Today, I’m over at The Muffin, writing about the best way to stack the deck in your writing favor with “Give ‘Em What They Want.”
To be honest, I didn’t say anything earth-shatteringly new. But the Muffin blog and WOW-Women on Writing attract writers new to the business every day, so for them, the information could be earth-shatteringly new.
On the other hand, even old-timers like me can fall into that two-headed trap: complacency and arrogance. Yeah, yeah, yeah, we think, I know what to do. Or, yeah, yeah, yeah, we figure, those rules are for other just-starting-out writers. So every once in a while I need a reminder not to get too big for my writing britches.
Not saying that you do, too. I’m sure you’re the Mary Poppins of the writing world, practically perfect in every way. But just in case you aren’t…
(And P.S. you might want to read Renee’s comment on the post; it’s good stuff, too. Please come back tomorrow for Scott Keen’s post–the one I referenced at The Muffin. He’ll be giving us the 4-1-1 on WiDo Publishing and his new book!)
A while back, I shared with you about a new market for children’s writers called knowonder. And then I shared that I had a story published at knowonder called “The Chocolate Cake Bait.” You’d think that would be enough, but you’d be wrong. Because now, my story’s been included in one of the knowonder story collections: Herman’s Horrible Day.
I love what’s going on over at knowonder. And I love lists. So let’s put the two together!
1. I love that the editorial team is so responsive to their market. When they realized that parents weren’t as likely to read the stories from electronic devices, they developed a paper format. They’ve published four volumes of story collections now (but they have Kindle versions as well for those parents who really like electronic format and cost).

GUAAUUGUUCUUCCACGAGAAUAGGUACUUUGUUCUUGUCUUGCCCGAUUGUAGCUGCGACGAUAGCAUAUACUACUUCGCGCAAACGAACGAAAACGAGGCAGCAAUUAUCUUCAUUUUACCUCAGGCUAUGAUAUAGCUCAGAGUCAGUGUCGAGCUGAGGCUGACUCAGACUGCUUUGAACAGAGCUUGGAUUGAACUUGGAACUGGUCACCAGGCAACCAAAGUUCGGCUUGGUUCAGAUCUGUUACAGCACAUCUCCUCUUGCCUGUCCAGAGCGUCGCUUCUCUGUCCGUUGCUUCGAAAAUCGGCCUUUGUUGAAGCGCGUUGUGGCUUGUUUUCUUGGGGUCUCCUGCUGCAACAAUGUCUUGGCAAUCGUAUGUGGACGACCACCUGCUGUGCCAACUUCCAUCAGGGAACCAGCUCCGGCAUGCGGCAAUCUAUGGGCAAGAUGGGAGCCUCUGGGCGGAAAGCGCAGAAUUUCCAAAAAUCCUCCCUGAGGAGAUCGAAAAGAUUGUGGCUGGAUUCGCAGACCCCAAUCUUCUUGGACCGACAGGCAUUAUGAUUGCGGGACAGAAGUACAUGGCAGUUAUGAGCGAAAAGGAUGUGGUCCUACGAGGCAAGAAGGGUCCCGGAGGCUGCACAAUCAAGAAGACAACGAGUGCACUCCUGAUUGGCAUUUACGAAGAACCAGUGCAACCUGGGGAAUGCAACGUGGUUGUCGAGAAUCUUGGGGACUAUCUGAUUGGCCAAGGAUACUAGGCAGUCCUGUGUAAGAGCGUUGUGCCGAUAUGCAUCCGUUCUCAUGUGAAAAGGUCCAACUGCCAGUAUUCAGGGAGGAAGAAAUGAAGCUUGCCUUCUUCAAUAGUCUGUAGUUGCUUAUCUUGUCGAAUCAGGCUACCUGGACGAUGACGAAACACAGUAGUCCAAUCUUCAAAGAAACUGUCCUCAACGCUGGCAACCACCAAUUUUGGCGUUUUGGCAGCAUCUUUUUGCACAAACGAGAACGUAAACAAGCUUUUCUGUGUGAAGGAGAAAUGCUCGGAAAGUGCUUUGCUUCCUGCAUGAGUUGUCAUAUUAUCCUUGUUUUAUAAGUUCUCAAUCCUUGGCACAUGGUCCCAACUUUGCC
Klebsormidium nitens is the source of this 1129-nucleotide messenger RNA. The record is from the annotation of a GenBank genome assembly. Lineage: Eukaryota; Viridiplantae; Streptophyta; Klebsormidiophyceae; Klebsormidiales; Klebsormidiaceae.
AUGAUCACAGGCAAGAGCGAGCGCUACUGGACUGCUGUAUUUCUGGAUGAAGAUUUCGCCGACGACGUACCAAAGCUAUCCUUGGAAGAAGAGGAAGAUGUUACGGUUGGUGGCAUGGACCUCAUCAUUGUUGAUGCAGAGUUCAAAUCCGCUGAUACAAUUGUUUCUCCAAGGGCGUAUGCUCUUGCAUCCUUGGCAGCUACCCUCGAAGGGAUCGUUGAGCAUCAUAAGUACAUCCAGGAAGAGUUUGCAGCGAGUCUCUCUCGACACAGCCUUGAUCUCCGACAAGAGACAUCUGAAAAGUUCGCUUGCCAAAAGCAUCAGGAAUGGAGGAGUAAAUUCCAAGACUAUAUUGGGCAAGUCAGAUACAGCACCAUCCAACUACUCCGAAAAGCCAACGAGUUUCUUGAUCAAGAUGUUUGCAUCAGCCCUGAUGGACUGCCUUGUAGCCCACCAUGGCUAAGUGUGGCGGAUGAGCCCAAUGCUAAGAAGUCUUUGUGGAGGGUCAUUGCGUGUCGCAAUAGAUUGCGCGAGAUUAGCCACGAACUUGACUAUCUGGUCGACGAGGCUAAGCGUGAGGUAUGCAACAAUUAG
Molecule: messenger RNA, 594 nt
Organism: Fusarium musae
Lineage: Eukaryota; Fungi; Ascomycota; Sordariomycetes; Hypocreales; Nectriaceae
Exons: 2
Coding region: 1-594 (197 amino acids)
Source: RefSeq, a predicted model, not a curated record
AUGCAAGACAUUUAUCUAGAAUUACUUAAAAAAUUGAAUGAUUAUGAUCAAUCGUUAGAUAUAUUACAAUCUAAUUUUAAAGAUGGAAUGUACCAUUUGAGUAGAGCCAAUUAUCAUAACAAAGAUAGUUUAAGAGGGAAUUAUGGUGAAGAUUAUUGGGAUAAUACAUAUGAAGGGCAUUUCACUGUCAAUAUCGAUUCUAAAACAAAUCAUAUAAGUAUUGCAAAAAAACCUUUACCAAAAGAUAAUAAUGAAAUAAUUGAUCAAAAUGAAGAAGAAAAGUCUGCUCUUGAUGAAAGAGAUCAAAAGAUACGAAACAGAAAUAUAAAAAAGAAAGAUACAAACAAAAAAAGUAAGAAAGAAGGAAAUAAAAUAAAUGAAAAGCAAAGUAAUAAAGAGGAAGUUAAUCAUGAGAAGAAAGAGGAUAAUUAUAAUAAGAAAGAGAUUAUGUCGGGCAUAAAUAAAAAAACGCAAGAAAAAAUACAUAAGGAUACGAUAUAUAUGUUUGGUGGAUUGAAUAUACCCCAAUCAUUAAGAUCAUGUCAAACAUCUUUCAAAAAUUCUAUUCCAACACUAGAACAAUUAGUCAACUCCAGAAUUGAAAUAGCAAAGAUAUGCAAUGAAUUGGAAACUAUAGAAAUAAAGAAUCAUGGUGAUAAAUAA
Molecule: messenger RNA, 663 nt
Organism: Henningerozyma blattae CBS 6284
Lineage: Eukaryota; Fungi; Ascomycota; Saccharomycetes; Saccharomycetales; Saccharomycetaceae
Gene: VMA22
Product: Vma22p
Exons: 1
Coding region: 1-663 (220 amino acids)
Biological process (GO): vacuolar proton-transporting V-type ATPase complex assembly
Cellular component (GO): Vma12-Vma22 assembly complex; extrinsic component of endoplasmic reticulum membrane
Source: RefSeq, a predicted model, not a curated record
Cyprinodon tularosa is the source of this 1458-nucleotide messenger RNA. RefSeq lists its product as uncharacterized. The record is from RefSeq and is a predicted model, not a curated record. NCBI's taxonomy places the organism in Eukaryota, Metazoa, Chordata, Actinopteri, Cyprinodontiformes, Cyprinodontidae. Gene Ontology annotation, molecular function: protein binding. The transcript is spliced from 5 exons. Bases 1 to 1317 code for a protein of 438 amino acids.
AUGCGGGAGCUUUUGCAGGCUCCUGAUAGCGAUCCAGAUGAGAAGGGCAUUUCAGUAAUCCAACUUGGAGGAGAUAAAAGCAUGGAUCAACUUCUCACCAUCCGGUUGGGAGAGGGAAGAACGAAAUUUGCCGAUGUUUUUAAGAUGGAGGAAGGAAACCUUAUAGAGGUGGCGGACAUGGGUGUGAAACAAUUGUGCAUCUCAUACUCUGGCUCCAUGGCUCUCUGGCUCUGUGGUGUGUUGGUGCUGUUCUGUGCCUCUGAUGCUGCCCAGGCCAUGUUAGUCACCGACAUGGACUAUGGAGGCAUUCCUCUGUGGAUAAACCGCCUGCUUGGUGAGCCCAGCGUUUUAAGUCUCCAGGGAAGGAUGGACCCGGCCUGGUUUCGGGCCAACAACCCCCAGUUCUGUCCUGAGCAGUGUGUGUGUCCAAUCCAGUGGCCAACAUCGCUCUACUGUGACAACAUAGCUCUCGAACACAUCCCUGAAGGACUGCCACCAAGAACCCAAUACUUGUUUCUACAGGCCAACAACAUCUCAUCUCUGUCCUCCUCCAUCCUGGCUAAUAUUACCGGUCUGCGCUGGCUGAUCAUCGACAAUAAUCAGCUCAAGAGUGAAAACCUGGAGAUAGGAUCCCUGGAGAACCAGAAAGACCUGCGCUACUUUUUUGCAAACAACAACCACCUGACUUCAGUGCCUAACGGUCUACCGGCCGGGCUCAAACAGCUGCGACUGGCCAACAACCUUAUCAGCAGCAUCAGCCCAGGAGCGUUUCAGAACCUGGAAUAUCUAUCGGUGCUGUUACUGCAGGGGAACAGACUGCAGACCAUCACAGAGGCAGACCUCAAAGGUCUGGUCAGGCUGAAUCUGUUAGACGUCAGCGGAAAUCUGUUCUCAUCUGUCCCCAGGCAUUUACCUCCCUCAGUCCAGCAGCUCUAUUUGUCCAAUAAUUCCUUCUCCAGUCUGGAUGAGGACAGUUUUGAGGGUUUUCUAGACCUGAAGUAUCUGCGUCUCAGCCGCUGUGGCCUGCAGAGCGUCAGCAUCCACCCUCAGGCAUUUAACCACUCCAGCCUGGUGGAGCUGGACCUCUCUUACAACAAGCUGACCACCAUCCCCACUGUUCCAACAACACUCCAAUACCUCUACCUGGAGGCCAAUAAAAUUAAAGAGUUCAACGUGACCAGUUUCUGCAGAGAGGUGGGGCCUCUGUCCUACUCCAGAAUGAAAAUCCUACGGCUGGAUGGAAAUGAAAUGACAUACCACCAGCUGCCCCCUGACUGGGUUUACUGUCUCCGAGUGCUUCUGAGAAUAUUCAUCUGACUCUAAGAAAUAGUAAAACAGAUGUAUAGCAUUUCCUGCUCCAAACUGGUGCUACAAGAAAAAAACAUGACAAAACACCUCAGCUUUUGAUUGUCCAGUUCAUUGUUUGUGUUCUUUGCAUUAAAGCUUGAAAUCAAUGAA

2. I love their Story-a-day initiative. When the Junior Halls were Wee Halls, we enjoyed a lot of reading. Each child had his or her reading preferences. Oldest Junior Hall was my “read-aloud stories” kid. He had quite the imagination, and honestly, he could listen to me read for hours. I think he’d still sit down for a good listen if I offered a read. (Is that weird for a twenty-something?) Juniorette Hall would rather read for herself, thank you very much. And Juniorest Hall found a story he liked and wanted it read over and over and over and…you get the picture. The point is, each of these kids read every day. (Sometimes the same story, but still.) And they reaped the benefits of daily reading. I love that knowonder is all about providing stories every day, with enough different stories to reach every reader in the home.
3. I love that they pay their writers –and that they offer promotional support as well. Yes, they’re a business model, and they want to succeed financially. But I appreciate the passion behind why they want to succeed. They want kids to read. And that’s why I write stories.
Know wonder I love ’em so much!
P.S. Speaking of writing stories, before you write the first word of your next story, you may want to read my post over at The Muffin. Then get to work. Knowonder needs lots of stories (and articles, too)!